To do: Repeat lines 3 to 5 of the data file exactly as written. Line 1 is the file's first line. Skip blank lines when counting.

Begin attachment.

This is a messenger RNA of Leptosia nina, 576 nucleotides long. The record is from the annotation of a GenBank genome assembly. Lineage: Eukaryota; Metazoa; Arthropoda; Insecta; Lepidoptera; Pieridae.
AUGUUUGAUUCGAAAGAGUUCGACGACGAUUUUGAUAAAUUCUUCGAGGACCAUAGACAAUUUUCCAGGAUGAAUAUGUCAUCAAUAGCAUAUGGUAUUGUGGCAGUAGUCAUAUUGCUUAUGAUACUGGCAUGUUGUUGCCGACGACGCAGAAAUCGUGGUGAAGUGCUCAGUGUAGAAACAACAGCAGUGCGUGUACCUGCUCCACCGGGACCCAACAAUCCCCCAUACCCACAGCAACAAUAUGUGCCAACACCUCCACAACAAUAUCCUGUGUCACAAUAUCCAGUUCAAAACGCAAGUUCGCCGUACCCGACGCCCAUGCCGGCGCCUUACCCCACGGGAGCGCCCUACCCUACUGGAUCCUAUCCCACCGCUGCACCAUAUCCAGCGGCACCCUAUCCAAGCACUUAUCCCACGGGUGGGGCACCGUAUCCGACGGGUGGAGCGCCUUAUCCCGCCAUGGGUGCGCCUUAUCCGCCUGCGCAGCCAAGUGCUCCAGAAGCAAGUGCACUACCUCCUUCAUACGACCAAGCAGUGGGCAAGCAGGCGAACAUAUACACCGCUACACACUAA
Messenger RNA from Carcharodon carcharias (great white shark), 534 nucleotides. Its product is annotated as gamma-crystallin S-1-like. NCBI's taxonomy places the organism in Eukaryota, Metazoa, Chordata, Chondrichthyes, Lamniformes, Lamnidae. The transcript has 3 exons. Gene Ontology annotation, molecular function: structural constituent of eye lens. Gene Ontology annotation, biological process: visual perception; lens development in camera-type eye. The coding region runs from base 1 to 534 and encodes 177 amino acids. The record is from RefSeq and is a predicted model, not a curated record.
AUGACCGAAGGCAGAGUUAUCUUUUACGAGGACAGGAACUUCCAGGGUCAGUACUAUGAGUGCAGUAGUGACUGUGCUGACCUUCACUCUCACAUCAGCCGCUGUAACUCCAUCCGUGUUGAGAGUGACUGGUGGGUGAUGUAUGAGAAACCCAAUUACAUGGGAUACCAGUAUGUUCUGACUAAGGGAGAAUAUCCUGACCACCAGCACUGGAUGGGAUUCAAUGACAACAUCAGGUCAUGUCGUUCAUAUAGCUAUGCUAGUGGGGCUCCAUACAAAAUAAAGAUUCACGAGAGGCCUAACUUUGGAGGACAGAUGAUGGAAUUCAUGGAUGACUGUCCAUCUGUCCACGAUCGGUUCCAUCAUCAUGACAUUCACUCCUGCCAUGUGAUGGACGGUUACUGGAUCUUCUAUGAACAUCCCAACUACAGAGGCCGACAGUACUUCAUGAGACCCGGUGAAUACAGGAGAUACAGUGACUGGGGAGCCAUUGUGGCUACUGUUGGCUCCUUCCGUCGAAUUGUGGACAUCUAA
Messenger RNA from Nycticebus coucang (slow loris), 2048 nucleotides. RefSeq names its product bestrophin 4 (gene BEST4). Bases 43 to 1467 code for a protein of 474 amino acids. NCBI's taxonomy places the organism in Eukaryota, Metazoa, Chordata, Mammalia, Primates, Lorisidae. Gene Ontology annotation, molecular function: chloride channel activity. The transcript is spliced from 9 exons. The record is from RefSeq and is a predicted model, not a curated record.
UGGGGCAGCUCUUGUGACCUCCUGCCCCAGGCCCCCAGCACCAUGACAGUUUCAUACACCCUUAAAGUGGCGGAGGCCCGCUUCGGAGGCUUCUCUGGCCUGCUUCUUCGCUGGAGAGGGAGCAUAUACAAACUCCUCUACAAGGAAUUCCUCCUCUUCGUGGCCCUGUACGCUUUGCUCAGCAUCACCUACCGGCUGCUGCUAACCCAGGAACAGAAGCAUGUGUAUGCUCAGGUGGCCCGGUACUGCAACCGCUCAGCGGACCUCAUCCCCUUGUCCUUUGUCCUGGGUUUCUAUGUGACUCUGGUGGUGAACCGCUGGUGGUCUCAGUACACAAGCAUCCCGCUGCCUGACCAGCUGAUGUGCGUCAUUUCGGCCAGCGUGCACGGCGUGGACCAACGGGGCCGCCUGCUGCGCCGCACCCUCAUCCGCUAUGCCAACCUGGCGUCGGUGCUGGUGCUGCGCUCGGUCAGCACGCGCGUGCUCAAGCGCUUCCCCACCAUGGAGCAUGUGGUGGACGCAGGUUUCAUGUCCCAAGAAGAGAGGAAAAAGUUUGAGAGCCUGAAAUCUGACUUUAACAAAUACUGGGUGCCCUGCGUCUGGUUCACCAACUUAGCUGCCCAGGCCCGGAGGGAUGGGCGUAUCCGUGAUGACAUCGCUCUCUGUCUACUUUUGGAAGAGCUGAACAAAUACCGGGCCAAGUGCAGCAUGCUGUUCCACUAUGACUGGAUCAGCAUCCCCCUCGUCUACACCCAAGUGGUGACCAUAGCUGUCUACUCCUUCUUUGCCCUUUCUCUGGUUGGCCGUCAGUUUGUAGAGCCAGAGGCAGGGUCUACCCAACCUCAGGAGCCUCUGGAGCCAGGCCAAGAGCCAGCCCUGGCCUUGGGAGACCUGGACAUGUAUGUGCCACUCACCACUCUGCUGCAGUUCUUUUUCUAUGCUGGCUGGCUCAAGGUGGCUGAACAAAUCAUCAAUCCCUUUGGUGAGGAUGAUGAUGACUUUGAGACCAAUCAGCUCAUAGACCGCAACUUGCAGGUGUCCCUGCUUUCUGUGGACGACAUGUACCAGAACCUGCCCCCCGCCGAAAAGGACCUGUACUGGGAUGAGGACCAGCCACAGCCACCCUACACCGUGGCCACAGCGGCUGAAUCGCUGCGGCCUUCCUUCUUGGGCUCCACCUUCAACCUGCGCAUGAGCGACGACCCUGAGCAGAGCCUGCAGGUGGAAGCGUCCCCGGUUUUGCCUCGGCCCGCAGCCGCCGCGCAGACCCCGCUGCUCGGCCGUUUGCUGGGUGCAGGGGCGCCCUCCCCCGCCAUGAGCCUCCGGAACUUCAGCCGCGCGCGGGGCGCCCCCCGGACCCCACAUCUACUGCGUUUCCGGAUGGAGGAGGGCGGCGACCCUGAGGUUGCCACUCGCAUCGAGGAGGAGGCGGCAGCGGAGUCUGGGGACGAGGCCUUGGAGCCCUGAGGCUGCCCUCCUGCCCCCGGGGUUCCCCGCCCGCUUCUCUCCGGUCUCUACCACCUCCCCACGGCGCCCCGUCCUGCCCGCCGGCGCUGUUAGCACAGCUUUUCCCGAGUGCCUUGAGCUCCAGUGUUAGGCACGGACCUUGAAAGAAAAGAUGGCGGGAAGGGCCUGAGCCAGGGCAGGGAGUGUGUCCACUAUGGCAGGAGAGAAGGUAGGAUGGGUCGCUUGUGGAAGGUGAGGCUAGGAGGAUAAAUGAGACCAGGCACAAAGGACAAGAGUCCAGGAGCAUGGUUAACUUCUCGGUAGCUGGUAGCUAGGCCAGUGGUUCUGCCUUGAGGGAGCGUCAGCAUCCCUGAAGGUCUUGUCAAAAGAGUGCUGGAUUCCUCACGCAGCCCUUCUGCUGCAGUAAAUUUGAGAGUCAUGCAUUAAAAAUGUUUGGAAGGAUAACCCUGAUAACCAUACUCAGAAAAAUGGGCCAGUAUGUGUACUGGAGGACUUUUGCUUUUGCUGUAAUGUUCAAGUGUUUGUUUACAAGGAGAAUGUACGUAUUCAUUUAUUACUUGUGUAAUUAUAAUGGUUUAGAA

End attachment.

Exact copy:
Messenger RNA from Carcharodon carcharias (great white shark), 534 nucleotides. Its product is annotated as gamma-crystallin S-1-like. NCBI's taxonomy places the organism in Eukaryota, Metazoa, Chordata, Chondrichthyes, Lamniformes, Lamnidae. The transcript has 3 exons. Gene Ontology annotation, molecular function: structural constituent of eye lens. Gene Ontology annotation, biological process: visual perception; lens development in camera-type eye. The coding region runs from base 1 to 534 and encodes 177 amino acids. The record is from RefSeq and is a predicted model, not a curated record.
AUGACCGAAGGCAGAGUUAUCUUUUACGAGGACAGGAACUUCCAGGGUCAGUACUAUGAGUGCAGUAGUGACUGUGCUGACCUUCACUCUCACAUCAGCCGCUGUAACUCCAUCCGUGUUGAGAGUGACUGGUGGGUGAUGUAUGAGAAACCCAAUUACAUGGGAUACCAGUAUGUUCUGACUAAGGGAGAAUAUCCUGACCACCAGCACUGGAUGGGAUUCAAUGACAACAUCAGGUCAUGUCGUUCAUAUAGCUAUGCUAGUGGGGCUCCAUACAAAAUAAAGAUUCACGAGAGGCCUAACUUUGGAGGACAGAUGAUGGAAUUCAUGGAUGACUGUCCAUCUGUCCACGAUCGGUUCCAUCAUCAUGACAUUCACUCCUGCCAUGUGAUGGACGGUUACUGGAUCUUCUAUGAACAUCCCAACUACAGAGGCCGACAGUACUUCAUGAGACCCGGUGAAUACAGGAGAUACAGUGACUGGGGAGCCAUUGUGGCUACUGUUGGCUCCUUCCGUCGAAUUGUGGACAUCUAA
Messenger RNA from Nycticebus coucang (slow loris), 2048 nucleotides. RefSeq names its product bestrophin 4 (gene BEST4). Bases 43 to 1467 code for a protein of 474 amino acids. NCBI's taxonomy places the organism in Eukaryota, Metazoa, Chordata, Mammalia, Primates, Lorisidae. Gene Ontology annotation, molecular function: chloride channel activity. The transcript is spliced from 9 exons. The record is from RefSeq and is a predicted model, not a curated record.